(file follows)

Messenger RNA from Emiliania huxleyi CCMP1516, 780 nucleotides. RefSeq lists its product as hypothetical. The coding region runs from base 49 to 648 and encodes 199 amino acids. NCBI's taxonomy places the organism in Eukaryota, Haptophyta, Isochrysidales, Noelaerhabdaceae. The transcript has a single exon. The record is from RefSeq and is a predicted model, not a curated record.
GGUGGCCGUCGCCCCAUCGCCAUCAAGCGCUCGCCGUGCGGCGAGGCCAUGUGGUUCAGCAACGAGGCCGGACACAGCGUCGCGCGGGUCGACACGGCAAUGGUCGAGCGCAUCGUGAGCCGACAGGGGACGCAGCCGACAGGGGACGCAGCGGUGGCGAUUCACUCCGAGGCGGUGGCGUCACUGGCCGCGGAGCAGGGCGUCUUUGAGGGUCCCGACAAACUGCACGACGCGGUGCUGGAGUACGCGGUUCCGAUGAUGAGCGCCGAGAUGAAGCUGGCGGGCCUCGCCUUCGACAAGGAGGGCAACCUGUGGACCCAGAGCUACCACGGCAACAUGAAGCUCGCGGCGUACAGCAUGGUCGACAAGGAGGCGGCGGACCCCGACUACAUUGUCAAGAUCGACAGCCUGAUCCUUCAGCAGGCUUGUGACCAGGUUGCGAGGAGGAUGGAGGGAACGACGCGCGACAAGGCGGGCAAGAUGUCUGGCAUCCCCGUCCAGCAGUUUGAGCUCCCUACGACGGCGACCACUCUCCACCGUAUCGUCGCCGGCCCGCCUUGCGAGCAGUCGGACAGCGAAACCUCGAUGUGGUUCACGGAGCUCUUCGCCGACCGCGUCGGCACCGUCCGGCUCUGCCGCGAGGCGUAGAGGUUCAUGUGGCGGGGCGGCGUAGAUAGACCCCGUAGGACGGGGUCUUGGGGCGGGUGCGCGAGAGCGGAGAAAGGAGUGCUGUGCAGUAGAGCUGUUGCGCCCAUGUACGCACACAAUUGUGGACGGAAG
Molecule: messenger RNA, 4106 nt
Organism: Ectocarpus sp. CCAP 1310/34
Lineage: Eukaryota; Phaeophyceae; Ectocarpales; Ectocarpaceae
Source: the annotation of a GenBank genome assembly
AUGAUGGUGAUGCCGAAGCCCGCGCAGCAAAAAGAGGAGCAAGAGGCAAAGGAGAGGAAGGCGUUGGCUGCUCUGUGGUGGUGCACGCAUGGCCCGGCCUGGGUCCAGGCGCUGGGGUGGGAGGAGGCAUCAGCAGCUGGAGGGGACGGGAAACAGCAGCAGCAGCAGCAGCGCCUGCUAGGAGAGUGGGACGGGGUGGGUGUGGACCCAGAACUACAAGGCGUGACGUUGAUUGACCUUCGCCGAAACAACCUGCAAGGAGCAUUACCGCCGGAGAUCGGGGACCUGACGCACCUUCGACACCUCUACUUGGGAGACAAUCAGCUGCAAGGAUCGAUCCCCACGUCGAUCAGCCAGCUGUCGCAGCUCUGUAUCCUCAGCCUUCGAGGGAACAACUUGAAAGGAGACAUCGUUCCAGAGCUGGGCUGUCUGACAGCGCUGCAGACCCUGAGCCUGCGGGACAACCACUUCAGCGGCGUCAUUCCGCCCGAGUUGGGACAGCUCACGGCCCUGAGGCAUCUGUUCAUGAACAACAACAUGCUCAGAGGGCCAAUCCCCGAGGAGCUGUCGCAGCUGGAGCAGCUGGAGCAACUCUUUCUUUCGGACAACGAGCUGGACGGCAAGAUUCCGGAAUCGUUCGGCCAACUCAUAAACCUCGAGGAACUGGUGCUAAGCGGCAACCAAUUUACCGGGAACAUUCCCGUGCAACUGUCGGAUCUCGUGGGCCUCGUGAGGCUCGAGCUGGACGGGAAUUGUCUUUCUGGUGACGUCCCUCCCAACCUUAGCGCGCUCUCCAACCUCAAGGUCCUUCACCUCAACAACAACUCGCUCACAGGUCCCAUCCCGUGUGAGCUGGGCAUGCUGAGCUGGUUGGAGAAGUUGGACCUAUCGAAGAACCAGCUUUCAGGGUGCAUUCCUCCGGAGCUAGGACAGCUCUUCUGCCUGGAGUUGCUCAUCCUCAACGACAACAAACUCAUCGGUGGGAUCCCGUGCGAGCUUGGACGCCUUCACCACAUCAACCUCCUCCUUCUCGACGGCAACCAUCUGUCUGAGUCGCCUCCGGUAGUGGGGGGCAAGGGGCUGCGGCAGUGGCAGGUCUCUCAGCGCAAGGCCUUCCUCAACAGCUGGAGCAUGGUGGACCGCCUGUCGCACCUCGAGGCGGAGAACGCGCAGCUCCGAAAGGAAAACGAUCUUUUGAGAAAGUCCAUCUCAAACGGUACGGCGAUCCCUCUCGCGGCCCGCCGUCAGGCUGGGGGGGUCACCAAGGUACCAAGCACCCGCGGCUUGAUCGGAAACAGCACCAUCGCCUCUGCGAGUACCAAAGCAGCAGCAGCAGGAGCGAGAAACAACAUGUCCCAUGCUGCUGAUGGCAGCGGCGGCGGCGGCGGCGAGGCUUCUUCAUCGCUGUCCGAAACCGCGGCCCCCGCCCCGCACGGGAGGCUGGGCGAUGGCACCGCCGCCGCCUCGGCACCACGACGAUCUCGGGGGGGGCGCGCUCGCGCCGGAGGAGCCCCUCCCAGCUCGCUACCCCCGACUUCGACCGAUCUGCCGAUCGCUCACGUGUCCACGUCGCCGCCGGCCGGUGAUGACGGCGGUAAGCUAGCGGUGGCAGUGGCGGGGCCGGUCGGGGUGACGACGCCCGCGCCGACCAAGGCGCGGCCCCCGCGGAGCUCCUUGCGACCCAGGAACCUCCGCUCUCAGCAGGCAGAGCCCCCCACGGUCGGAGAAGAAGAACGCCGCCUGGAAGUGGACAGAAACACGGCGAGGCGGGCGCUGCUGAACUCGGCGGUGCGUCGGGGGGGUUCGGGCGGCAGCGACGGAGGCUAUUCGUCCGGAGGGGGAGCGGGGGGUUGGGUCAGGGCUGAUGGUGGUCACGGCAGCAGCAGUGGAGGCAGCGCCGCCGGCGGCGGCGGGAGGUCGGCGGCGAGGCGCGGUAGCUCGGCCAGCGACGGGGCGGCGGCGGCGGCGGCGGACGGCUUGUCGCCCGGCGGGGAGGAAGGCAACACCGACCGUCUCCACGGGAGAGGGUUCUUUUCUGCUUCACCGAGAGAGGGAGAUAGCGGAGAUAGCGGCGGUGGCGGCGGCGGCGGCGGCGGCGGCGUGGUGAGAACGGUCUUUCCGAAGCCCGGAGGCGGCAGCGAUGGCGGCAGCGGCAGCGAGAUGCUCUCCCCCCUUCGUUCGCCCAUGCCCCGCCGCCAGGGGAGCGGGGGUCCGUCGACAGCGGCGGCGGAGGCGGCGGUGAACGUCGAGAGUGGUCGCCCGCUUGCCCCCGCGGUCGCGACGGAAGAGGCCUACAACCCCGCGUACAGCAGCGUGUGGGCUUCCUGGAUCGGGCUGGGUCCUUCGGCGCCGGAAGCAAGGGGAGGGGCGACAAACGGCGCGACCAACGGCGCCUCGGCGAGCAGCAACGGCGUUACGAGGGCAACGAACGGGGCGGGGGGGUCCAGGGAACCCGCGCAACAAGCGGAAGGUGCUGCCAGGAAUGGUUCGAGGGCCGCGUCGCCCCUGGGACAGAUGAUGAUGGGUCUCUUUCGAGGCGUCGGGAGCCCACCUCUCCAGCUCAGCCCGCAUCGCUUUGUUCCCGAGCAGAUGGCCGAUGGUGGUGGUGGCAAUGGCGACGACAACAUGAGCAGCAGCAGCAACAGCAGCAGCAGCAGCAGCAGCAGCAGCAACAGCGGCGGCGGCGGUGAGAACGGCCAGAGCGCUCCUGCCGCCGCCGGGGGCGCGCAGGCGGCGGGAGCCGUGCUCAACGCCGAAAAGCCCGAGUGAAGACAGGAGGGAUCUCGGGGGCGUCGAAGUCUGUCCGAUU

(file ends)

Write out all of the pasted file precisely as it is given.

Messenger RNA from Emiliania huxleyi CCMP1516, 780 nucleotides. RefSeq lists its product as hypothetical. The coding region runs from base 49 to 648 and encodes 199 amino acids. NCBI's taxonomy places the organism in Eukaryota, Haptophyta, Isochrysidales, Noelaerhabdaceae. The transcript has a single exon. The record is from RefSeq and is a predicted model, not a curated record.
GGUGGCCGUCGCCCCAUCGCCAUCAAGCGCUCGCCGUGCGGCGAGGCCAUGUGGUUCAGCAACGAGGCCGGACACAGCGUCGCGCGGGUCGACACGGCAAUGGUCGAGCGCAUCGUGAGCCGACAGGGGACGCAGCCGACAGGGGACGCAGCGGUGGCGAUUCACUCCGAGGCGGUGGCGUCACUGGCCGCGGAGCAGGGCGUCUUUGAGGGUCCCGACAAACUGCACGACGCGGUGCUGGAGUACGCGGUUCCGAUGAUGAGCGCCGAGAUGAAGCUGGCGGGCCUCGCCUUCGACAAGGAGGGCAACCUGUGGACCCAGAGCUACCACGGCAACAUGAAGCUCGCGGCGUACAGCAUGGUCGACAAGGAGGCGGCGGACCCCGACUACAUUGUCAAGAUCGACAGCCUGAUCCUUCAGCAGGCUUGUGACCAGGUUGCGAGGAGGAUGGAGGGAACGACGCGCGACAAGGCGGGCAAGAUGUCUGGCAUCCCCGUCCAGCAGUUUGAGCUCCCUACGACGGCGACCACUCUCCACCGUAUCGUCGCCGGCCCGCCUUGCGAGCAGUCGGACAGCGAAACCUCGAUGUGGUUCACGGAGCUCUUCGCCGACCGCGUCGGCACCGUCCGGCUCUGCCGCGAGGCGUAGAGGUUCAUGUGGCGGGGCGGCGUAGAUAGACCCCGUAGGACGGGGUCUUGGGGCGGGUGCGCGAGAGCGGAGAAAGGAGUGCUGUGCAGUAGAGCUGUUGCGCCCAUGUACGCACACAAUUGUGGACGGAAG
Molecule: messenger RNA, 4106 nt
Organism: Ectocarpus sp. CCAP 1310/34
Lineage: Eukaryota; Phaeophyceae; Ectocarpales; Ectocarpaceae
Source: the annotation of a GenBank genome assembly
AUGAUGGUGAUGCCGAAGCCCGCGCAGCAAAAAGAGGAGCAAGAGGCAAAGGAGAGGAAGGCGUUGGCUGCUCUGUGGUGGUGCACGCAUGGCCCGGCCUGGGUCCAGGCGCUGGGGUGGGAGGAGGCAUCAGCAGCUGGAGGGGACGGGAAACAGCAGCAGCAGCAGCAGCGCCUGCUAGGAGAGUGGGACGGGGUGGGUGUGGACCCAGAACUACAAGGCGUGACGUUGAUUGACCUUCGCCGAAACAACCUGCAAGGAGCAUUACCGCCGGAGAUCGGGGACCUGACGCACCUUCGACACCUCUACUUGGGAGACAAUCAGCUGCAAGGAUCGAUCCCCACGUCGAUCAGCCAGCUGUCGCAGCUCUGUAUCCUCAGCCUUCGAGGGAACAACUUGAAAGGAGACAUCGUUCCAGAGCUGGGCUGUCUGACAGCGCUGCAGACCCUGAGCCUGCGGGACAACCACUUCAGCGGCGUCAUUCCGCCCGAGUUGGGACAGCUCACGGCCCUGAGGCAUCUGUUCAUGAACAACAACAUGCUCAGAGGGCCAAUCCCCGAGGAGCUGUCGCAGCUGGAGCAGCUGGAGCAACUCUUUCUUUCGGACAACGAGCUGGACGGCAAGAUUCCGGAAUCGUUCGGCCAACUCAUAAACCUCGAGGAACUGGUGCUAAGCGGCAACCAAUUUACCGGGAACAUUCCCGUGCAACUGUCGGAUCUCGUGGGCCUCGUGAGGCUCGAGCUGGACGGGAAUUGUCUUUCUGGUGACGUCCCUCCCAACCUUAGCGCGCUCUCCAACCUCAAGGUCCUUCACCUCAACAACAACUCGCUCACAGGUCCCAUCCCGUGUGAGCUGGGCAUGCUGAGCUGGUUGGAGAAGUUGGACCUAUCGAAGAACCAGCUUUCAGGGUGCAUUCCUCCGGAGCUAGGACAGCUCUUCUGCCUGGAGUUGCUCAUCCUCAACGACAACAAACUCAUCGGUGGGAUCCCGUGCGAGCUUGGACGCCUUCACCACAUCAACCUCCUCCUUCUCGACGGCAACCAUCUGUCUGAGUCGCCUCCGGUAGUGGGGGGCAAGGGGCUGCGGCAGUGGCAGGUCUCUCAGCGCAAGGCCUUCCUCAACAGCUGGAGCAUGGUGGACCGCCUGUCGCACCUCGAGGCGGAGAACGCGCAGCUCCGAAAGGAAAACGAUCUUUUGAGAAAGUCCAUCUCAAACGGUACGGCGAUCCCUCUCGCGGCCCGCCGUCAGGCUGGGGGGGUCACCAAGGUACCAAGCACCCGCGGCUUGAUCGGAAACAGCACCAUCGCCUCUGCGAGUACCAAAGCAGCAGCAGCAGGAGCGAGAAACAACAUGUCCCAUGCUGCUGAUGGCAGCGGCGGCGGCGGCGGCGAGGCUUCUUCAUCGCUGUCCGAAACCGCGGCCCCCGCCCCGCACGGGAGGCUGGGCGAUGGCACCGCCGCCGCCUCGGCACCACGACGAUCUCGGGGGGGGCGCGCUCGCGCCGGAGGAGCCCCUCCCAGCUCGCUACCCCCGACUUCGACCGAUCUGCCGAUCGCUCACGUGUCCACGUCGCCGCCGGCCGGUGAUGACGGCGGUAAGCUAGCGGUGGCAGUGGCGGGGCCGGUCGGGGUGACGACGCCCGCGCCGACCAAGGCGCGGCCCCCGCGGAGCUCCUUGCGACCCAGGAACCUCCGCUCUCAGCAGGCAGAGCCCCCCACGGUCGGAGAAGAAGAACGCCGCCUGGAAGUGGACAGAAACACGGCGAGGCGGGCGCUGCUGAACUCGGCGGUGCGUCGGGGGGGUUCGGGCGGCAGCGACGGAGGCUAUUCGUCCGGAGGGGGAGCGGGGGGUUGGGUCAGGGCUGAUGGUGGUCACGGCAGCAGCAGUGGAGGCAGCGCCGCCGGCGGCGGCGGGAGGUCGGCGGCGAGGCGCGGUAGCUCGGCCAGCGACGGGGCGGCGGCGGCGGCGGCGGACGGCUUGUCGCCCGGCGGGGAGGAAGGCAACACCGACCGUCUCCACGGGAGAGGGUUCUUUUCUGCUUCACCGAGAGAGGGAGAUAGCGGAGAUAGCGGCGGUGGCGGCGGCGGCGGCGGCGGCGGCGUGGUGAGAACGGUCUUUCCGAAGCCCGGAGGCGGCAGCGAUGGCGGCAGCGGCAGCGAGAUGCUCUCCCCCCUUCGUUCGCCCAUGCCCCGCCGCCAGGGGAGCGGGGGUCCGUCGACAGCGGCGGCGGAGGCGGCGGUGAACGUCGAGAGUGGUCGCCCGCUUGCCCCCGCGGUCGCGACGGAAGAGGCCUACAACCCCGCGUACAGCAGCGUGUGGGCUUCCUGGAUCGGGCUGGGUCCUUCGGCGCCGGAAGCAAGGGGAGGGGCGACAAACGGCGCGACCAACGGCGCCUCGGCGAGCAGCAACGGCGUUACGAGGGCAACGAACGGGGCGGGGGGGUCCAGGGAACCCGCGCAACAAGCGGAAGGUGCUGCCAGGAAUGGUUCGAGGGCCGCGUCGCCCCUGGGACAGAUGAUGAUGGGUCUCUUUCGAGGCGUCGGGAGCCCACCUCUCCAGCUCAGCCCGCAUCGCUUUGUUCCCGAGCAGAUGGCCGAUGGUGGUGGUGGCAAUGGCGACGACAACAUGAGCAGCAGCAGCAACAGCAGCAGCAGCAGCAGCAGCAGCAGCAACAGCGGCGGCGGCGGUGAGAACGGCCAGAGCGCUCCUGCCGCCGCCGGGGGCGCGCAGGCGGCGGGAGCCGUGCUCAACGCCGAAAAGCCCGAGUGAAGACAGGAGGGAUCUCGGGGGCGUCGAAGUCUGUCCGAUU